The doldrums which have becalmed professional boxing in recent years have had their inevitable effect on the reporting of the sport: the most important story on ring competition has often seemed to be the absence of competition. It has been that way before. Jack Johnson, for example, whose incredible career Finis Farr begins to chronicle in this issue, so dominated his division that opposition was hard to come by. Floyd Patterson is up against the same problem. Fortunately, today the solution is a matter of merit and not of color. Unfortunately, today the boxing beat is sometimes a better place for antitrust specialists than sports reporters.
SPORTS ILLUSTRATED, of course, has done more than a fair share of reporting on the sport's nonsporting phases, which have involved business dirty, curious or sometimes just inscrutable. Our motive was the conviction that it was in boxing's best interests to do so and that this was the biggest news in boxing at the time. There was always the hope that the news would resume its proper proportions and we could report it with emphasis on the art in the ring instead of the business outside it.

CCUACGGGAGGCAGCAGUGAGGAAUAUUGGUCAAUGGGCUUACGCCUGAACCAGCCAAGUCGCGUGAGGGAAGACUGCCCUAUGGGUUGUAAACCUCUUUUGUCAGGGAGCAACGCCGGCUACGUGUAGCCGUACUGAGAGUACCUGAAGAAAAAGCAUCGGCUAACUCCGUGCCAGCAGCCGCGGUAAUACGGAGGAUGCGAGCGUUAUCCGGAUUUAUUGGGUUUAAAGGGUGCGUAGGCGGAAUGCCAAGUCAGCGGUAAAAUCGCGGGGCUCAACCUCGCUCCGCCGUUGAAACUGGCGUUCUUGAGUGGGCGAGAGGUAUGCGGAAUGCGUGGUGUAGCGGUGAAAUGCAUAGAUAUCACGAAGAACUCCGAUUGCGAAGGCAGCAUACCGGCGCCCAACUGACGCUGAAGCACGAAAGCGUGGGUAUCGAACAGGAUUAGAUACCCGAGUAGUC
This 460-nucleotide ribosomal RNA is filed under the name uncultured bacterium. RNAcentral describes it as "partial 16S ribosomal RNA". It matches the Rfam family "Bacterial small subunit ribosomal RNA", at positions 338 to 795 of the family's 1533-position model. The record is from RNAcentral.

The current flurry of world championship bouts in four different divisions is encouraging.
First interest naturally centers on Floyd Patterson's fifth defense of the heavyweight title. Against Sweden's Ingemar Johansson he probably faces, for the first time since he met Archie Moore, a fighter who has a genuine chance of defeating him.
As a fighter, Johansson, the European champion, is an almost unknown quantity in the U.S. But the preview of the fight in next week's issue should add considerably to the known quantity. A collaboration of Associate Editor Martin Kane, who in January visited Johansson for 10 days in Sweden (SI, Jan. 26), and Artist Robert Riger, it includes four pages of drawings and analyzes Johansson's opportunities for winning.
Based on the characteristic moves of the two fighters, the drawings show how Johansson might be expected to break through Patterson's defense. They are an exceptional exercise in scouting because they project in graphic action two fighters who have never met.
But even better than that, I think, the preview is a boxing story in the center of the ring—where boxing should always be but of late has had such a hard time getting to be.
COLLABORATORS KANE AND RIGER